Monday December 22, 2014
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Many times over the years I have read comments from people who were frustrated by what they felt sure was corruption at the local, state, or federal level. It's a horrible, frustrating feeling; you know there's something going on, but don't know what to do about it. Well, there's someone in Washington who has both the desire and the ability to do something about corrupt government officials.
The Federal Bureau of Investigation.
Here for you is a classic example of our FBI in action.
Who is more safe from prosecution than someone in a powerful position in Washington? No one. But the Federal Bureau of Investigation knows its job, and if doing that job means taking on someone who wields power all it means is that it may more time and effort for that job to be done--but done it will be.
Look back to 2005, the year the FBI received an allegation from someone that a sitting member of the U.S. Congress was using his official position to solicit bribes from American companies interested in doing business in Africa.
An investigation was opened into the affairs of then-Congressman William J. Jefferson, D-LA. It was not easy to build a case against Jefferson, but the FBI pulled out all the stops, using sophisticated techniques like cooperating witnesses, consensual monitoring, court-authorized electronic surveillance, video surveillance, and analysis of financial records.
Jefferson's power is demonstrated by the fact that even after the FBI raided his Congressional offices in May 2006, he was re-elected that year. However, when on June 4, 2007, a federal grand jury indicted Jefferson on sixteen felony charges related to corruption and he ran again for office, he was defeated by Republican Joseph Cao on December 6, 2008.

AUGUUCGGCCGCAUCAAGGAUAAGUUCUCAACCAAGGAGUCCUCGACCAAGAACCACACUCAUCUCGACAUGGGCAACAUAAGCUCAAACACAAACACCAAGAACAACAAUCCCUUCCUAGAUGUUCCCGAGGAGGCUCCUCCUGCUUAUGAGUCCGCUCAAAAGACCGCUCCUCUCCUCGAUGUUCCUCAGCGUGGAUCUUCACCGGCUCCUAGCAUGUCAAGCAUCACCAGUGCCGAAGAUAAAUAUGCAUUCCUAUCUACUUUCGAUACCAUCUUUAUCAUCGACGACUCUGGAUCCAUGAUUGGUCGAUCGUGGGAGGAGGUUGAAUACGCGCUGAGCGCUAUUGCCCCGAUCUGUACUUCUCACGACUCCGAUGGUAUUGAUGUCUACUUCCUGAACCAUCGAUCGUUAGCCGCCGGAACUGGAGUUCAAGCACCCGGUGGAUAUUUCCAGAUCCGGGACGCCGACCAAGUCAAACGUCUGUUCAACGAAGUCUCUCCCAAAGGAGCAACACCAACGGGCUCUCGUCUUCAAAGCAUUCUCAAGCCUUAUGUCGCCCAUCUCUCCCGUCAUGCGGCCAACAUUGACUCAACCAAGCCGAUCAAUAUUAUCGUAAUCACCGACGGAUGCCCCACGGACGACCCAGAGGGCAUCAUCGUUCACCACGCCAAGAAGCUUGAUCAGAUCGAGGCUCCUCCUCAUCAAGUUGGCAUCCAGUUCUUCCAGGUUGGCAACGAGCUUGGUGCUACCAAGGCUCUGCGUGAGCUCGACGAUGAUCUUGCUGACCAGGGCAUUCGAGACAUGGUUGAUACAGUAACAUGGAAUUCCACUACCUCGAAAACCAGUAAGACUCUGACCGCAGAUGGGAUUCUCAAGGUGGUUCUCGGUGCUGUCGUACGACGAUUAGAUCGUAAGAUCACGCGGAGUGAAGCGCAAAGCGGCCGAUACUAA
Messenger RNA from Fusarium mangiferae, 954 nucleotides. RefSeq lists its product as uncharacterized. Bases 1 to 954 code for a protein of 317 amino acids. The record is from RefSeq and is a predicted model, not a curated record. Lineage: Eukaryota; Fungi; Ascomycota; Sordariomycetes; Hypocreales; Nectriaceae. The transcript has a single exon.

FBI case agent Tim Thibault of the Washington Field Office deserves credit for stressing the importance of a cooperating witness in the Jefferson case. A Virginia businesswoman, he says, "Came to us saying that Congressman Jefferson offered to use his congressional office to assist her company in an international business deal in exchange for a percentage ownership of her company." Fitted with a body recorder, the brave woman provided the FBI with solid information regarding her interactions with the congressman and other co-conspirators.
Jefferson, the most senior Democrat to lose election in 2008, was tried and convicted in 2009 and sentenced to 13 years in federal prison. Despite his appeals, and the fact that he spent $5 million legal fees over the next 4 years, Jefferson surrendered to the Bureau of Prisons in Beaumont, Texas, last May to begin serving the longest sentence ever handed down to a Congressman.
Only the best can bring down the high and mighty, and in the Federal Bureau of Investigation we have the best.
By the way, just as an aside, from inside prison Jefferson has applied for bankruptcy.
That says something. I'm just not quite sure what it means.
Why is it I sense a bit of doubt out there? Somebody got a natural distrust of anything federal?
Yes, I believe that there is a widespread, genuine mistrust of all federal government. The case you mention is a good example of graft and mismanagement of federal money. It also illustrates the way that power is abused by federal officers. Kudos to the FBI...!
It's good that we have at least one agency that we can trust. The FBI, as you can see if you go to the string starting with 229, says that government corruption is their Number One priority. I won't try to explain why. They explain it on that string, and they do a lot better job of it than I ever could.
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